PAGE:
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Thread: Make Up Techniques for Quads/Hand Impairment

  1. #11
    Quote Originally Posted by Cali2 View Post
    Thanks Lamem

    The actual products are an interesting aspect too. I never thought about it as far as using the product itself as application like a cream shadow. Does anyone have any favorite products?
    I like products performing more than one function, especially with skincare. For example, I wear a moisturizer/sunblock duo. The less time spent fussing around, the more time to actually live and enjoy life.

    Less is more with makeup, IMO. Good, clean, moisturized, sun protected skin is the best look of all.

  2. #12
    Member Cali2's Avatar
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    I totally agree with you about less is more with make up. I used to prefer cream eye shadows because you don't need a brush and you could use it with your hands. Plus, it blends and wipes away very easily so you're less likely to have to start over if you mess up. I might suggest the shadow blast pencils mentioned earlier when I discuss products in my article.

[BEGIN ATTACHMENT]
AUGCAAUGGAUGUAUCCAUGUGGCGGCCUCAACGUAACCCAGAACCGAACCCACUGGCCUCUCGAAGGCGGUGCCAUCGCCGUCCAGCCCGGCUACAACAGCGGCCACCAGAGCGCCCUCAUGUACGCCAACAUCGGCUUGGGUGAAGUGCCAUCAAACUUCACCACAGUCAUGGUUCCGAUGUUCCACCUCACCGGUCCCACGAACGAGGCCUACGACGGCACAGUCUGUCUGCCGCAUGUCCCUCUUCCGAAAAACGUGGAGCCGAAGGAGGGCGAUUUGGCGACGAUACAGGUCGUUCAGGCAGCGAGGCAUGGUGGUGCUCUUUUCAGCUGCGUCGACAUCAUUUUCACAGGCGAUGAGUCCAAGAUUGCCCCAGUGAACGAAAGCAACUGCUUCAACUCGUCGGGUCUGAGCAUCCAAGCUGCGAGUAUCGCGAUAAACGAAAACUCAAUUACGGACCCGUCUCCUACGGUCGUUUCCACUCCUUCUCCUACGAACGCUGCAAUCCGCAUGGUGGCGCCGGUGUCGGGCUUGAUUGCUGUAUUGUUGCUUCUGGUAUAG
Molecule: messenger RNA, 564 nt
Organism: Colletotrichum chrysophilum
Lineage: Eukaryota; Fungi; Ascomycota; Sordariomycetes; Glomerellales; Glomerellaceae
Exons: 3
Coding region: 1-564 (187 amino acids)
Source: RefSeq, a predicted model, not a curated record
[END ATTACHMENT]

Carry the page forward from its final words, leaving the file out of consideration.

Doin' that crip thing since 2004.

  3. #13
    Big brushes.
    Practice, practice, practice.
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  4. #14
    I need advice on ponytails. I don't want to cut my hair but I have to put it up in the summer. I have limited hand function.

  5. #15
    Member Cali2's Avatar
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    Quote Originally Posted by Mrs770 View Post
    I need advice on ponytails. I don't want to cut my hair but I have to put it up in the summer. I have limited hand function.

    If you look in Chick's post on this thread you'll see that she has a way of doing it with a pick.